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chronic pelvic pain

Chronic Pelvic Pain: De-Mystifying Referred Pain

Chronic Pelvic Pain is a challenge for health care providers of all specialties.  The symptoms experienced by patients with pelvic pain vary drastically between individuals. This variety makes diagnosis and treatment difficult.  Chronic Pelvic Pain is a costly disorder that affects nearly 1 in 5 women.  There is a wide body of research looking at pain referral patterns throughout the body, but very few examine the pain referred from palpation of the intra-pelvic structures. Meaning vaginal assessment of the muscles of the pelvic floor.   This study by Torstenson et al  examined women with and without pelvic pain and established areas of referred pain from pelvic structures.

Referred pain is defined as pain perceived at a location that is not the origin of the pain.  It is a well-known phenomenon.  Knowledge of these referral patterns can help in determining the source of pain in women with pelvic pain, and can aid greatly in diagnosis and treatment.  Research in this field has been looking at referred pain patterns all over the body, but none have really examined the referral patterns of the Pelvis in women with chronic pelvic pain.  The information gathered in this study helps explain why this can be so complex to diagnose and treat.

When particular structures within the pelvis were touched by an examiner through a vaginal exam with light touch, each patient’s pain or sensation was mapped out on a “pain map”.  Between every participant in the study, pain maps were gathered.  One map for women with chronic pelvic pain and one map for women with no pelvic pain.  The image below shows the different areas of pain felt with pressure on different structures within the pelvis. The image on the left represents women with chronic pelvic pain, on the right, women with no pelvic pain. It is hard not to be taken aback by the vast difference, and the large amount of areas these muscles can cause pain in.  This allows us to see how structures other than organs, i.e. Uterus, ovaries, bladder or bowels, can contribute to chronic pelvic pain.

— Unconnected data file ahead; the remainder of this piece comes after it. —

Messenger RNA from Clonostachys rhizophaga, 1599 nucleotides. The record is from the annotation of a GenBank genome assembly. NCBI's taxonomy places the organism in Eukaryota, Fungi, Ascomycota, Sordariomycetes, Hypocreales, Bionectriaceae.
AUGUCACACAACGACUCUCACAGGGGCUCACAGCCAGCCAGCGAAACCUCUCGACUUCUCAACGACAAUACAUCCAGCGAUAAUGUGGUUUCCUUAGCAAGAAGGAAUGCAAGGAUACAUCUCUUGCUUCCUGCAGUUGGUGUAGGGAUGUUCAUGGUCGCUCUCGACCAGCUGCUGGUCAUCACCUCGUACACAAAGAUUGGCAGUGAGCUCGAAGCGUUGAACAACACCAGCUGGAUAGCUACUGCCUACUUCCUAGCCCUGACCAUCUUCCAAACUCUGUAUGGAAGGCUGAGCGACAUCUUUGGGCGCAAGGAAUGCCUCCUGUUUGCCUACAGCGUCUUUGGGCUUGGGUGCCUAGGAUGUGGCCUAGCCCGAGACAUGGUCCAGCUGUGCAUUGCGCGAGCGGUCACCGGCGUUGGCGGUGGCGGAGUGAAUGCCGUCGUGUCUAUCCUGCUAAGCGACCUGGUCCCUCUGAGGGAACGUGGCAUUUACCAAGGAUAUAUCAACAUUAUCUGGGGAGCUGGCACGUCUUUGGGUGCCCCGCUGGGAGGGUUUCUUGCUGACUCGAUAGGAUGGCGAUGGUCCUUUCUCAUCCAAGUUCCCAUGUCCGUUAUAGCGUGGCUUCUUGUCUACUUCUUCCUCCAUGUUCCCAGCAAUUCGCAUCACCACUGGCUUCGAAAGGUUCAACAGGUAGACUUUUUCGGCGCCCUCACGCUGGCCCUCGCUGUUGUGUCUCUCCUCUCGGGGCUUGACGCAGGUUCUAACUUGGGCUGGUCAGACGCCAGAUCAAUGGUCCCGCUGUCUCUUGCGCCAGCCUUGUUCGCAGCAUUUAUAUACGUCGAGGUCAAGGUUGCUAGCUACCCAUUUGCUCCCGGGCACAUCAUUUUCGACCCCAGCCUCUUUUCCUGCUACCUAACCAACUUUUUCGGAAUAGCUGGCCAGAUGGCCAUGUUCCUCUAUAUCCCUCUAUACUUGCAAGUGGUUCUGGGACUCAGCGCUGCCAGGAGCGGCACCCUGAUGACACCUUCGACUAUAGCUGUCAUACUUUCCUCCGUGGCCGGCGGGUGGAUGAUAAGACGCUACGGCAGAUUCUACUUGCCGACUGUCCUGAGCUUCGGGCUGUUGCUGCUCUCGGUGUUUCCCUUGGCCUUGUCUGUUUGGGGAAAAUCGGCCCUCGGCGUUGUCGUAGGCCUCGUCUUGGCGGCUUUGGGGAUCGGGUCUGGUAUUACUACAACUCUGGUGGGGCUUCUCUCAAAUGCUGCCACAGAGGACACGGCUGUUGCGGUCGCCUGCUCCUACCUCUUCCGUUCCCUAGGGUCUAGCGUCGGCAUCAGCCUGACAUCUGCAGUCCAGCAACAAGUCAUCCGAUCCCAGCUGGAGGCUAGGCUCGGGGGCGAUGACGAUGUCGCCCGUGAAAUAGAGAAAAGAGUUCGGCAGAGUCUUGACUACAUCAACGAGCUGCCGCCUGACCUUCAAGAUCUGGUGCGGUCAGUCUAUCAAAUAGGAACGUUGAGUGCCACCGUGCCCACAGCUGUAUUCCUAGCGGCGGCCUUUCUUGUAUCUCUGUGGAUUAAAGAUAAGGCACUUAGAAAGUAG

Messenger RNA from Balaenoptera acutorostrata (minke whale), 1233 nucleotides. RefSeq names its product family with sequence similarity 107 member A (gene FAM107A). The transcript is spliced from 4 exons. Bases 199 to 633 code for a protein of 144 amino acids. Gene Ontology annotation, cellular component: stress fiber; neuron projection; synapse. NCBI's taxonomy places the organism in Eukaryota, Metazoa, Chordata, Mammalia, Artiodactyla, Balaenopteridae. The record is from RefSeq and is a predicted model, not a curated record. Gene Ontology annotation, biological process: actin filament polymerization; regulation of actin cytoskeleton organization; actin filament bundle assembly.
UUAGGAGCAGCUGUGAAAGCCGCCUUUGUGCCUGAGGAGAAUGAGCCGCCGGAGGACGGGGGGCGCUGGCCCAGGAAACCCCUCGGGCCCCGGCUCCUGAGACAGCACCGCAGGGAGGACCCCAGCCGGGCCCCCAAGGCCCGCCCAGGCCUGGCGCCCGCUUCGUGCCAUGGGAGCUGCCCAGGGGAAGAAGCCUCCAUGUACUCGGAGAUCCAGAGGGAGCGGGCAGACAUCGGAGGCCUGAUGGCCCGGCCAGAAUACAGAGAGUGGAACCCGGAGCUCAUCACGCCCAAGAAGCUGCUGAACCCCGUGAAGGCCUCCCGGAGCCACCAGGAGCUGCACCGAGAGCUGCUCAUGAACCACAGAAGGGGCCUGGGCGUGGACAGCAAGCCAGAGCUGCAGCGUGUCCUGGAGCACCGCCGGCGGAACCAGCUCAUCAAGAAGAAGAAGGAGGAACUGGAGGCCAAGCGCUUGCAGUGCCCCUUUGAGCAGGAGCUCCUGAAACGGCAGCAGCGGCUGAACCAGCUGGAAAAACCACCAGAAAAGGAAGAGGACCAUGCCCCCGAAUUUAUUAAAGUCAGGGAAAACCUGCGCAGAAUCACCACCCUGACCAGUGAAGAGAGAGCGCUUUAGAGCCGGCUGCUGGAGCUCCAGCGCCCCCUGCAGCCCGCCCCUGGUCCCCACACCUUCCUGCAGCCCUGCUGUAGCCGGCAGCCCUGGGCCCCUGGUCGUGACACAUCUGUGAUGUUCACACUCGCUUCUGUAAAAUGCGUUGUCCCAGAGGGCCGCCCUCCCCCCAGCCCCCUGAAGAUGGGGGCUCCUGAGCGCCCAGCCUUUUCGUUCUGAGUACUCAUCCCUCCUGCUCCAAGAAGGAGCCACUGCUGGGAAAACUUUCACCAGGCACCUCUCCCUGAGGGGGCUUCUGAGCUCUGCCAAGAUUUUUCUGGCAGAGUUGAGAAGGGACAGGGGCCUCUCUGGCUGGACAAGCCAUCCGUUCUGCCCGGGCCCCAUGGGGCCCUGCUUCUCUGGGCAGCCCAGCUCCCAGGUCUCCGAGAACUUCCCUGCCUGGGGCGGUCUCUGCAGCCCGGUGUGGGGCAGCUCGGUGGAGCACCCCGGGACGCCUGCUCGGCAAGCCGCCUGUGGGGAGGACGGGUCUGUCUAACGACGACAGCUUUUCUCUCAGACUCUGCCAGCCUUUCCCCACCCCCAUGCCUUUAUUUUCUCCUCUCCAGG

As high up as the base of the neck, and as low as the bottom of the feet, these musculoskeletal structures within our pelvis can send very confusing pain signals.  When you feel pain in your knee, you think knee right?  Maybe not.  If you have had pain that has been screened by many disciplines, and no one is finding much, consider the pelvic floor.  There are Physical Therapists who are specially trained to assess these structures and rule them in or out as a contributor to your pain.

It is important to consider all structures within the pelvic girdle and to better diagnose the cause of pain.  Pelvic Floor Physical Therapy is able to palpate these muscles, bones and ligaments to determine if referred pain from these structures is a source of a patient’s pain.  Through trigger point work, fascial release and muscle retraining, a pelvic physical therapist can rehabilitate the painful tissues, reduce pain and improve quality of life and daily function for patients who suffer from chronic pelvic pain.  Often the pain is multi factorial, coming from varying structures. However, eliminating the musculoskeletal issues causing pain can greatly lessen the pain experience over all.

If you or someone you love is experiencing Chronic Pelvic Pain, our specialty trained physical therapists can help!  We love getting to the bottom of the pain puzzle and helping women with chronic pelvic pain improve their function and enjoy life.

–Sarah Dominguez, PT, MSPT, CLT, WCS

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